National Smart Ticketing Scheme

– in the Scottish Parliament at on 14 December 2023.

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Photo of Graham Simpson Graham Simpson Conservative

3. To ask the Scottish Government, following the first meeting of the National Smart Ticketing Advisory Board, what progress has been made towards introducing a national smart ticketing scheme. (S6O-02880)

Photo of Fiona Hyslop Fiona Hyslop Scottish National Party

The first meeting of the national smart ticketing advisory board, which includes a number of transport industry operators, was held on 28 November.

I have charged board members with advising me on how Scotland can collaborat ively improve smart ticketing consistency, accessibility and integration between modes and regions, and to identify the best technological standard for schemes in Scotland. They will report in six months outlining how they will do that, building on the many operations that are available currently or due shortly. The plan will look to build on the successful collaborative national smart ticketing enhancements that have been made to date. For example, universal smart cards are now accepted across all modes and 98 per cent of Scotland’s buses now accept contactless payments.

Photo of Graham Simpson Graham Simpson Conservative

The Scottish Government has been talking about having a national smart card for well over a decade. In Ireland, they have had one since 2011. The Transport for Ireland Leap card—I have one here—covers multiple operators and offers capping and smart discount features. The 5 millionth card was sold more than two years ago. This is doable and we should get on with it. How long has the minister given the board to complete all its work? I accept that there will be an update in six months, but what is the final deadline for its work?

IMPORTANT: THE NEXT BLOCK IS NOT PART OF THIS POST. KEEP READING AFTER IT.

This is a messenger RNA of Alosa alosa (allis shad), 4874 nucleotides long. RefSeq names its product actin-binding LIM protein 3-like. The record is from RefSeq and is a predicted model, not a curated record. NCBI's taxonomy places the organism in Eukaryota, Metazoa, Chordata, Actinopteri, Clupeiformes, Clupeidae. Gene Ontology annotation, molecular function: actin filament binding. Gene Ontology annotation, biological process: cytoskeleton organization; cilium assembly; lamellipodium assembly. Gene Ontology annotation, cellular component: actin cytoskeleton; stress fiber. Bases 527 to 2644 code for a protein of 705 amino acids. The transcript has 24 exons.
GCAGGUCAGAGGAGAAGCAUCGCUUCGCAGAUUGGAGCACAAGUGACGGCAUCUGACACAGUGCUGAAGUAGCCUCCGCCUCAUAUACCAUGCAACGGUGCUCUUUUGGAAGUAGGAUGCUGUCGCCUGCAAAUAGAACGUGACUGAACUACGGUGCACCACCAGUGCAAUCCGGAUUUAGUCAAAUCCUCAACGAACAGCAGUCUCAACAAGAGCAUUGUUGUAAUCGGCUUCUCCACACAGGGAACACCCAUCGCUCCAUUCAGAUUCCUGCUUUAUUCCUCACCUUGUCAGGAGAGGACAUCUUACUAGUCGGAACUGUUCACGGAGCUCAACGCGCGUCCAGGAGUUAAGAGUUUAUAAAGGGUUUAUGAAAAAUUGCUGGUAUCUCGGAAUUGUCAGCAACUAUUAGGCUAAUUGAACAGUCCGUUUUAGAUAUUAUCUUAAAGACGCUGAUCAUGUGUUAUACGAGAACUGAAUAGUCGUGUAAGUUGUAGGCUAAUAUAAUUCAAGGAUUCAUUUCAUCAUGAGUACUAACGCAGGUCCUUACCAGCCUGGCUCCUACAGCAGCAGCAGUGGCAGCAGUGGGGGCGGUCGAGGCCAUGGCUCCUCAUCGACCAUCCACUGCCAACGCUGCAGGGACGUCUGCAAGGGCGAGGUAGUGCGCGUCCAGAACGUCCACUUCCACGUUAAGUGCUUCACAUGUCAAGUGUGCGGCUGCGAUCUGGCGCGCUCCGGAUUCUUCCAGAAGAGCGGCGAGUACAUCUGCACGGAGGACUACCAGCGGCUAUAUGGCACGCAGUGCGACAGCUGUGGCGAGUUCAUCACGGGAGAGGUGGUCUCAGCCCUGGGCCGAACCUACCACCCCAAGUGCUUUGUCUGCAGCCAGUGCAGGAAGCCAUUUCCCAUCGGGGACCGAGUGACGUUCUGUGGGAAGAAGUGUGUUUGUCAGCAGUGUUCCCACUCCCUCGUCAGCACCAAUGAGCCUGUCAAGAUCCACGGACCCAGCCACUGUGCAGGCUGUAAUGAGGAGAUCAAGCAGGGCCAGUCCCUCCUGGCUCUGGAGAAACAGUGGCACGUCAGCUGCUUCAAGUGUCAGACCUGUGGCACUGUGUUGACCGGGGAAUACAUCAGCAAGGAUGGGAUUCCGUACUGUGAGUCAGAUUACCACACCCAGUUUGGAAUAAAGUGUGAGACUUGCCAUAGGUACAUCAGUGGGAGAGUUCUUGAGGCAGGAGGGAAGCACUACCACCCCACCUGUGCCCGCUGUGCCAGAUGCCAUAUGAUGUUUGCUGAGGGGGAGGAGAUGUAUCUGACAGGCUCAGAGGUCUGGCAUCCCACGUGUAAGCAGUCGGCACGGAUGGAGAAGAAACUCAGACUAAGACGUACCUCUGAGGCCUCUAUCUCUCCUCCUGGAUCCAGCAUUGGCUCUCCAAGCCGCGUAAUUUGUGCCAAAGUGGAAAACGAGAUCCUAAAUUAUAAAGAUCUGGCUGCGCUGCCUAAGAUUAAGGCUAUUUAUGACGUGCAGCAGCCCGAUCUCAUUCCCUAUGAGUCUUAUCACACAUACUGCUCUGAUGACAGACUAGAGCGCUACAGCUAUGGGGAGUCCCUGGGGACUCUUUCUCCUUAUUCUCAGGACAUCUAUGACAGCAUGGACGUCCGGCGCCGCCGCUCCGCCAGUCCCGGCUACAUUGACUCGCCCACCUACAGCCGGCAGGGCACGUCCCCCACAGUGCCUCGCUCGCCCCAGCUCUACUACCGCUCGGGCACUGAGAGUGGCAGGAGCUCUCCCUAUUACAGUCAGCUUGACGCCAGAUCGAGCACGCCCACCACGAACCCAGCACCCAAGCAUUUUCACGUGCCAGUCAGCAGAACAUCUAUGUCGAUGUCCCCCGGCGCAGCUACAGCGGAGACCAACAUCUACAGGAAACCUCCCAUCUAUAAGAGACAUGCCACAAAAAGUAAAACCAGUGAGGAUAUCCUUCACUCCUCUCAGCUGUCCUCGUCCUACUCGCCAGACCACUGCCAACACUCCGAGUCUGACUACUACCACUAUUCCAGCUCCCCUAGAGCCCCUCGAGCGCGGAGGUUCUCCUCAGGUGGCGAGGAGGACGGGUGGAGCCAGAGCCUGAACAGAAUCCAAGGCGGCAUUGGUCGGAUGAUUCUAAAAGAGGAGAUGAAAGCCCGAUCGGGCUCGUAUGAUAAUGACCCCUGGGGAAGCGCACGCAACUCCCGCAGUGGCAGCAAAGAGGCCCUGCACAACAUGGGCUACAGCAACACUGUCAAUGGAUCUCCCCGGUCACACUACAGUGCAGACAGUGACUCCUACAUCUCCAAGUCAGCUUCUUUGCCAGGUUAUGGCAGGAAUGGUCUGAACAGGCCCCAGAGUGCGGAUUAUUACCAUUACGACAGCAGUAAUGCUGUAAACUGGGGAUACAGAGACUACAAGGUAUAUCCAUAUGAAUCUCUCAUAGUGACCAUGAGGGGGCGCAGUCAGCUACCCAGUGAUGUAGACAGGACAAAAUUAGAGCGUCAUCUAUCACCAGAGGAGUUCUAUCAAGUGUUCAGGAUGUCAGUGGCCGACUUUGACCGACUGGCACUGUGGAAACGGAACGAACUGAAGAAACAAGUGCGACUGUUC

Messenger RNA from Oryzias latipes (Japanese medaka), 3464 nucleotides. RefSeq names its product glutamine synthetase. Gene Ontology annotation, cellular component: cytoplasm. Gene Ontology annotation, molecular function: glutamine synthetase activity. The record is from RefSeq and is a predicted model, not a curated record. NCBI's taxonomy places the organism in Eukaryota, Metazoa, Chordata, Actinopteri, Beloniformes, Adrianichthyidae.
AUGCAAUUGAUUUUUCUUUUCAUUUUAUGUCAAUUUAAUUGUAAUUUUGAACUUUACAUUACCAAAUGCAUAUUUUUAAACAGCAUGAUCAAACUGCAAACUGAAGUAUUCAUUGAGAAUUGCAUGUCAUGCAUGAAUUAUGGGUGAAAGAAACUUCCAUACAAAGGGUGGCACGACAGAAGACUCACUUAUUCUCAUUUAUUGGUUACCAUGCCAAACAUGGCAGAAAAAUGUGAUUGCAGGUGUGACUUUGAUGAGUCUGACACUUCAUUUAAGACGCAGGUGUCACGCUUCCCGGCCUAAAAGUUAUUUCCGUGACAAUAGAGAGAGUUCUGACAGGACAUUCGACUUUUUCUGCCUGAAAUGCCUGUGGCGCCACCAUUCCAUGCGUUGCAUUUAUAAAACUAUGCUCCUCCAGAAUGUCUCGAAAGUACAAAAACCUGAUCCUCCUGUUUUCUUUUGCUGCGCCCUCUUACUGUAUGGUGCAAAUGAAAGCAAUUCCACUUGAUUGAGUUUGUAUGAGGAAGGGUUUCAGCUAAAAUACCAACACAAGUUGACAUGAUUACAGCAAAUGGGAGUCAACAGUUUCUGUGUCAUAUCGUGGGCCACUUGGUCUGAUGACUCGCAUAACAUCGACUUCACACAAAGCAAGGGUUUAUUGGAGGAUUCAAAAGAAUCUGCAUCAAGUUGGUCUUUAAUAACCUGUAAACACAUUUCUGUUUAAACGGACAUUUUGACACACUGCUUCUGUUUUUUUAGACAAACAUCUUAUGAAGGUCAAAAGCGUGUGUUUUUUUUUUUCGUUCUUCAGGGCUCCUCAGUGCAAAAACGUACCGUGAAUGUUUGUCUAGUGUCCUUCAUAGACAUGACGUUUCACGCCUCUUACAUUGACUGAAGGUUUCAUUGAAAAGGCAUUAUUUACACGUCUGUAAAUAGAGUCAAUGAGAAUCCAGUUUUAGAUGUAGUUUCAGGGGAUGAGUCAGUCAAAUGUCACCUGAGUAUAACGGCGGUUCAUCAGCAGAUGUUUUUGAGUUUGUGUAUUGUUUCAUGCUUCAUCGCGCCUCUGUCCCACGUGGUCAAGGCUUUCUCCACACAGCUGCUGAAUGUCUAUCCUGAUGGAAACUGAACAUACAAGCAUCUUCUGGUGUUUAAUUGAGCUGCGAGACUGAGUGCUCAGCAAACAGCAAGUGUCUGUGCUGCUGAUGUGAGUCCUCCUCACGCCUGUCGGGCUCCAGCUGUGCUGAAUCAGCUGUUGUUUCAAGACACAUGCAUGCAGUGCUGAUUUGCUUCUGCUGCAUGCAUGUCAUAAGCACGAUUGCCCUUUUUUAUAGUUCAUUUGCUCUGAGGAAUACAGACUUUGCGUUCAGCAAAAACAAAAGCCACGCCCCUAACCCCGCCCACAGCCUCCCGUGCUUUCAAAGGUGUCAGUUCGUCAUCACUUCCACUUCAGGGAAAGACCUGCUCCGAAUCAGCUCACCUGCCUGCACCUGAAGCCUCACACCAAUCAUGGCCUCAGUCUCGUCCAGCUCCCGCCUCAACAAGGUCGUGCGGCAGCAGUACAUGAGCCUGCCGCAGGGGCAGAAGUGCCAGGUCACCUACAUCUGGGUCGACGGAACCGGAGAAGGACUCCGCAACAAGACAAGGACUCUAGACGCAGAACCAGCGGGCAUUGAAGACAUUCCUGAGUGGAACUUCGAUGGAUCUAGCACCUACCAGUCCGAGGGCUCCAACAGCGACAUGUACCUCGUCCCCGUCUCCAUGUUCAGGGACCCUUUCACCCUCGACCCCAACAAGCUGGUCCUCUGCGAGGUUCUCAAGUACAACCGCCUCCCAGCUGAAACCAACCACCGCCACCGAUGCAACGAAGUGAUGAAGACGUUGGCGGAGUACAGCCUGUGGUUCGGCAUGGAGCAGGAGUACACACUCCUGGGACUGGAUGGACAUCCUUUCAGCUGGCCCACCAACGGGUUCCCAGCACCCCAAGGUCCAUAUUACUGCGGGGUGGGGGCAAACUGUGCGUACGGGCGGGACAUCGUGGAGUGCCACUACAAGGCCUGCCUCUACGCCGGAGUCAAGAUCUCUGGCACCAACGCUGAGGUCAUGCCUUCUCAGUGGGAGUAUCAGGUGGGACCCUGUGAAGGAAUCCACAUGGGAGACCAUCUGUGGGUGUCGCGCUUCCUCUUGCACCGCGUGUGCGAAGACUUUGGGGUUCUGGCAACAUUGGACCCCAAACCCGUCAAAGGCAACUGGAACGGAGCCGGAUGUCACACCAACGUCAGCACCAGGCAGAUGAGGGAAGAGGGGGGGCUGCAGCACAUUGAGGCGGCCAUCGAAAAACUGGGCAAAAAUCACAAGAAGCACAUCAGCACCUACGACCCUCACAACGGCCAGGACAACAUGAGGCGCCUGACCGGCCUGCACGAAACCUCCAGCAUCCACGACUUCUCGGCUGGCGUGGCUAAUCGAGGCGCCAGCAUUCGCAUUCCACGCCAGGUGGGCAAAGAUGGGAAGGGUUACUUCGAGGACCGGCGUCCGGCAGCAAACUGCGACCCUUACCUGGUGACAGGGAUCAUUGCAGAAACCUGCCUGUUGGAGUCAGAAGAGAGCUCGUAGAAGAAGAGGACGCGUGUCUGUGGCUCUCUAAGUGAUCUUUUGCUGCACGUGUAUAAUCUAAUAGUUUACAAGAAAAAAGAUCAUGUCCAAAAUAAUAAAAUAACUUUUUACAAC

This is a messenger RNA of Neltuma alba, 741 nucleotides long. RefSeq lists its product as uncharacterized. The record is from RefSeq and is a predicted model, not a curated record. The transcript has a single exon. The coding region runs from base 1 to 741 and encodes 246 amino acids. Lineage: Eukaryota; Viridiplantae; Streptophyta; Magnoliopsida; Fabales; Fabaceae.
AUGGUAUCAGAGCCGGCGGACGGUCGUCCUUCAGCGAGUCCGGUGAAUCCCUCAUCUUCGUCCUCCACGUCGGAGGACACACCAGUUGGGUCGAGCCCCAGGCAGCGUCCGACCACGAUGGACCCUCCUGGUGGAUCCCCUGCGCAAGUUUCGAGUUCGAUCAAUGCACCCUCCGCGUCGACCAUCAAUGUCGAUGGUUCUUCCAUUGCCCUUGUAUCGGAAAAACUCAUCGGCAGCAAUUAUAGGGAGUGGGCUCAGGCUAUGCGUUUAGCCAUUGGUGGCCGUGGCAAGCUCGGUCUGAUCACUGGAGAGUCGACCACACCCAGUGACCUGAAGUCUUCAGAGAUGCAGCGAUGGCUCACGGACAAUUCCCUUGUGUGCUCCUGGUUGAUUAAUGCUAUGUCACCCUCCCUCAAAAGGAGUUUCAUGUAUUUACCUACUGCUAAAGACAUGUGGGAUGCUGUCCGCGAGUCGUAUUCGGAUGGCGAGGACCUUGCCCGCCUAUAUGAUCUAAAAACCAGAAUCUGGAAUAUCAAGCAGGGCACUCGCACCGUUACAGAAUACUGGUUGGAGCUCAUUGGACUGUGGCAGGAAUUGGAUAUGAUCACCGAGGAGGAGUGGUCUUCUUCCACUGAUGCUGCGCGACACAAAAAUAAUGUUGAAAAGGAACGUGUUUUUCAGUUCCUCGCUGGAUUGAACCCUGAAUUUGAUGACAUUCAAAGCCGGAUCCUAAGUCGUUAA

Photo of Fiona Hyslop Fiona Hyslop Scottish National Party

I expect to get the operational plan for delivery in the next six months. I emphasise that, rather than having a national smart ticketing scheme, Scotland already uses a single smart card platform, which hosts regional ticketing schemes across Scotland and is compatible with 2.5 million smart cards that are in circulation in Scotland currently. It can be used for both concession and commercial smart tickets, and it is available for use on buses, rail, trams, subways, some ferries and domestic air travel. However, I recognise the point that Graham Simpson is making about how we ensure that that can work on a national basis like in smart, independent Ireland.

Photo of John Mason John Mason Scottish National Party

As the minister says, contactless payment is available on most buses now, and smart cards can be used across different operators. Is she optimistic that bus patronage will perhaps increase through easier ticketing?

Photo of Fiona Hyslop Fiona Hyslop Scottish National Party

Those initiatives were introduced before and during the pandemic. It is difficult to isolate their impact on bus patronage because of the on-going impact of Covid on travel and, in particular, on reduced bus travel.

We meet bus operators regularly to understand the initiatives’ performance. They report that contactless payments generally make up the vast majority of sales, and some operators only see cash payments of less than 10 per cent. Support for that comes from the smart pay grant fund that the Scottish Government introduced to help more than 10 million contactless payments be made since 2018.

On the point about whether contactless payment encourages people, I think that it can and will. All that I am saying is that that is difficult to measure due to the comparability of data, particularly for buses, because of the Covid period.